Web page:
Distressed debt funds turn activist to rescue U.S. energy bets

NEW YORK (Reuters) - Distressed debt investors in U.S. oil and gas companies are turning into activist shareholders and pushing for more deals in the sector to boost the value of energy holdings they snapped up during the oil market slump.

Hedge funds, such as Fir Tree Partners and Strategic Value Partners, bought debt of many U.S. energy firms for pennies on the dollar as oil tumbled more than 70 percent in late 2014 and 2015 and later swapped it for shares in bankruptcy proceedings.

But rather than cash out by selling the shares once the revived companies returned to the stock market as they would typically do, the funds kept their stakes because tepid crude price recovery has held down energy firms’ valuations.

Now with oil prices at their highest since July 2015, hedge funds are seizing the moment and trying to convince companies to sell assets or consider tie-ups to squeeze more value from their investments.

For example, Ultra Petroleum Corp UPL.O and Midstates Petroleum MPO.N said they would pursue deals this year as a result of pressure from distressed debt funds.

Over the course of 2015 and 2016, 96 U.S. oil and gas companies filed for bankruptcy, according to law firm Haynes and Boone. At least 12 re-listed on the stock market with distressed debt hedge funds as their shareholders, according to a Reuters review of bankruptcy court filings and shareholder data. (

With its shares down as much as 45 percent since its initial public offering in April, Ultra Petroleum, for example, said in September it would explore ways to boost its stock value together with Fir Tree, including hiring an investment bank to sell assets.


Fir Tree also joined Q Investments in September in calling for Jones Energy JONE.N to change course, including the possible sale of the company. Jones survived the worst of the oil slump, but its shares are down around 70 percent this year.

“When the share price breaks $1, it shows you need to act quickly,” said Scott McCarty, partner at Q Investments.

Fir Tree, which manages around $9.4 billion, is the most consistent presence in these reorganized energy companies.

David Proman, its co-head of restructuring, said the fund was pushing firms to pursue deals because the stock market did not value its holdings at fair prices.

He noted that in several cases shares of the reorganized company were trading at levels which valued it below what the bond prices indicated before and during the bankruptcy.

With many firms, funds want them to focus on key basins to reduce costs of having equipment and staff spread widely. Funds are hoping the spun-off oil and gas patches will attract interest from oil majors and large independents, which need to replenish reserves after the slump, or other operators focused on that particular geography.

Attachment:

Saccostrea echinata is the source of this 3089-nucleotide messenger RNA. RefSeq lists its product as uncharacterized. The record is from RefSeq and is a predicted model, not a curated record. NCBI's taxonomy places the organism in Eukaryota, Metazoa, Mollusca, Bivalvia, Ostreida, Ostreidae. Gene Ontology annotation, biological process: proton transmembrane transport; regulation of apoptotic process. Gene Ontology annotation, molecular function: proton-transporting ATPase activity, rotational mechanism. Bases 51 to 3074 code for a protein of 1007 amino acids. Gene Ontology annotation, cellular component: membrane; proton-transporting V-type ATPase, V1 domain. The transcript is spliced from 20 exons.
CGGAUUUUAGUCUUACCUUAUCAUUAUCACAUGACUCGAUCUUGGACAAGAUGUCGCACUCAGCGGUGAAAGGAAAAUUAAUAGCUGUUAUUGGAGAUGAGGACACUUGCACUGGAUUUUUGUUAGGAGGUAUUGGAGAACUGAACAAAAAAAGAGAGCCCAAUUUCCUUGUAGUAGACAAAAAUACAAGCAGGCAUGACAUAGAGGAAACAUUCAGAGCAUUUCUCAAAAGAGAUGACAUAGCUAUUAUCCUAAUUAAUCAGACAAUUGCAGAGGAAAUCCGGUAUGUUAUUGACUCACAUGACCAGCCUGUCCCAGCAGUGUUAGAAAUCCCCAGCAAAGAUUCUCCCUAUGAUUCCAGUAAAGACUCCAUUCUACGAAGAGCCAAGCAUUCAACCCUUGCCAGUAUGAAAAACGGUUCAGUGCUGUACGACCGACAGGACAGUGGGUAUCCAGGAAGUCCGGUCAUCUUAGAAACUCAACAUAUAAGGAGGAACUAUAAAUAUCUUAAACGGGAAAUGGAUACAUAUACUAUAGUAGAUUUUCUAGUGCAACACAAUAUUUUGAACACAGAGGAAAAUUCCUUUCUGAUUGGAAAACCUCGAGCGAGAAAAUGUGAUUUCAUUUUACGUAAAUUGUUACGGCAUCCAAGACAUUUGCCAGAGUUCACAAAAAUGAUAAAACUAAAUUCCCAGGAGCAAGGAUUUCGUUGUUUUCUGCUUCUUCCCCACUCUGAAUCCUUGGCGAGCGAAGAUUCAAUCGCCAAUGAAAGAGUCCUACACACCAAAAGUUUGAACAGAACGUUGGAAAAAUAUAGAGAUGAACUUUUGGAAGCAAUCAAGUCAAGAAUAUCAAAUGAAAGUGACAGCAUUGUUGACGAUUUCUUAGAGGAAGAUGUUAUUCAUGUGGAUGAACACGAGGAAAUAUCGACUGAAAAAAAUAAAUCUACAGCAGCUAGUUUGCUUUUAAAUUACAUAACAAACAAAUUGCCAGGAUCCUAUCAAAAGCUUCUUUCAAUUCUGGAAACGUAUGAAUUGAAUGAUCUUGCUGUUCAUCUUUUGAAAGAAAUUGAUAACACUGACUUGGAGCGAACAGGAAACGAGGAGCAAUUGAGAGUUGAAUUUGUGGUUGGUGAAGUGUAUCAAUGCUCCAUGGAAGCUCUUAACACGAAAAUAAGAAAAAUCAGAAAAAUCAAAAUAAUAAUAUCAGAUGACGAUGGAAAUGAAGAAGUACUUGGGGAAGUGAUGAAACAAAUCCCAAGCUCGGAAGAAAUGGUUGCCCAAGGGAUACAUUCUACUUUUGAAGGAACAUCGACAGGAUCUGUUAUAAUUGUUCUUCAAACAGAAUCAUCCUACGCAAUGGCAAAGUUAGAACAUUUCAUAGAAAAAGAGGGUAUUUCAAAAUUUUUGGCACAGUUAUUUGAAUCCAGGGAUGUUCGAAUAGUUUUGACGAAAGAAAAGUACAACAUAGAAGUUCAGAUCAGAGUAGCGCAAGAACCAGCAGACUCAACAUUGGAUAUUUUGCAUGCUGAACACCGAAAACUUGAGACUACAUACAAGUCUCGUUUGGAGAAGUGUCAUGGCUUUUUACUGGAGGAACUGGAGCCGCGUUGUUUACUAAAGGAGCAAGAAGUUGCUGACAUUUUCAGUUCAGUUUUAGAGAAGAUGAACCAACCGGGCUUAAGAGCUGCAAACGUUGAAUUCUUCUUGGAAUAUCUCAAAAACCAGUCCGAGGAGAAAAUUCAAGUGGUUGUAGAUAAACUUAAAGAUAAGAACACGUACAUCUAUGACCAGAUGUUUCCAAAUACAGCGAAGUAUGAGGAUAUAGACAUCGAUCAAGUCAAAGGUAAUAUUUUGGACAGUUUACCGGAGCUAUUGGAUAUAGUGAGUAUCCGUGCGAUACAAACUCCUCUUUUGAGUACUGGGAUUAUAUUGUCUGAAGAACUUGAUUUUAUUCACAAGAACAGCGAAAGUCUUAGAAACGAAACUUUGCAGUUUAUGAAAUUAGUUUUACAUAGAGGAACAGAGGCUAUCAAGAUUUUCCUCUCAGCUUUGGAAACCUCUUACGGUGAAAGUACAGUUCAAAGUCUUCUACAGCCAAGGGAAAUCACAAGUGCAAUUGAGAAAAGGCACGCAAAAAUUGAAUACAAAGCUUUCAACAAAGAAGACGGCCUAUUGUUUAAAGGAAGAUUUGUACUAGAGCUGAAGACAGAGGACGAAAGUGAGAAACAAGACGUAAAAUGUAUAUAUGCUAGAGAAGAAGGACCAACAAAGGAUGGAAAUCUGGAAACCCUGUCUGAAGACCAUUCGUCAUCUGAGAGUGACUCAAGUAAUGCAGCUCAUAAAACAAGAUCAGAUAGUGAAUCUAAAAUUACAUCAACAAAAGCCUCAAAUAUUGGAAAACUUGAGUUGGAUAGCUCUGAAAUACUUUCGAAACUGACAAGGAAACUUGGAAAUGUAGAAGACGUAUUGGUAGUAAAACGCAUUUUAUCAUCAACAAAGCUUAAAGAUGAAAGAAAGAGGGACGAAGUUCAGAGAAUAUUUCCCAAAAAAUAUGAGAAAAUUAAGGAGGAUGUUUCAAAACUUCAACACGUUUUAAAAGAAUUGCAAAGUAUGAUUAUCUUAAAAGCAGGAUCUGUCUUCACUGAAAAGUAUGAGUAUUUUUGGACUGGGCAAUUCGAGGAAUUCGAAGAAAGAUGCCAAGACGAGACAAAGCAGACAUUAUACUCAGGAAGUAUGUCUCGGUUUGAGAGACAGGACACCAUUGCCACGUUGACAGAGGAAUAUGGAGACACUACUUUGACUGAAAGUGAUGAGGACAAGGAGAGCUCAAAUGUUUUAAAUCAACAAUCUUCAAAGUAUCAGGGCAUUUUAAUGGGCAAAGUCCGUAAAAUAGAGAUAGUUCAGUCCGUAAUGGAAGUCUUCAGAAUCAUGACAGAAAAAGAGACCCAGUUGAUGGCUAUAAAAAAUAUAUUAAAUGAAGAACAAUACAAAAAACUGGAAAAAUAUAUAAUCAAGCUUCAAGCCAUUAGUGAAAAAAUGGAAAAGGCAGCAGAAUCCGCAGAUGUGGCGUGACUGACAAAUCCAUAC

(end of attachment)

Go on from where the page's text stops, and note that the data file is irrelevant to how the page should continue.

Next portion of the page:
With shareholder meetings due early in 2018, calls for management boards to take action may intensify before the end of this year.

“There are a number of mismanaged oil and gas companies and a lot of potential activism targets trading well below their peers,” said Kai Haakon Liekefett, head of law firm Vinson & Elkins’ team that advises boards on dealing with activist shareholders.

Such campaigns could help bring about more deals in the U.S. oil and gas sector after activity slowed this year because most companies shunned large, transformative deals due to uncertain oil price outlook. Just under $114 billion of mergers and acquisitions had been announced by Oct. 25, down 7.4 percent from a year ago, according to Thomson Reuters data.


Taking a leaf out of activist investors' book, hedge funds are calling for representation on boards of directors, as Strategic Value Partners did on Sept. 13 with Penn Virginia Corp PVAC.O.

Such demands mark a further departure from funds’ short-term investment approach, given funds must agree not to sell shares in the open market as long as their representatives sit on the board.

To be sure, calls for board seats and other actions can face resistance and distressed debt funds often lack experience in battling over corporate strategy and canvassing other shareholders.

Recruiters say some funds have started looking for shareholder activism veterans to bring in that expertise.

For example, D.E. Shaw & Co, a $40 billion hedge fund, hired Quentin Koffey in June from Elliott Management Corp, one of the world’s most prominent activist hedge funds.

“If (funds) don’t have the skills, maybe they will look to partner with someone who does, or they will seek to learn it through bankers and lawyers and by bringing in the right people,” said Ele Klein, co-chair of the global shareholder activism group at law firm Schulte Roth & Zabel LLP.

For graphic on U.S. energy stocks and oil price recovery, click: here

Reporting by David French and Jessica DiNapoli in New York; Editing by Greg Roumeliotis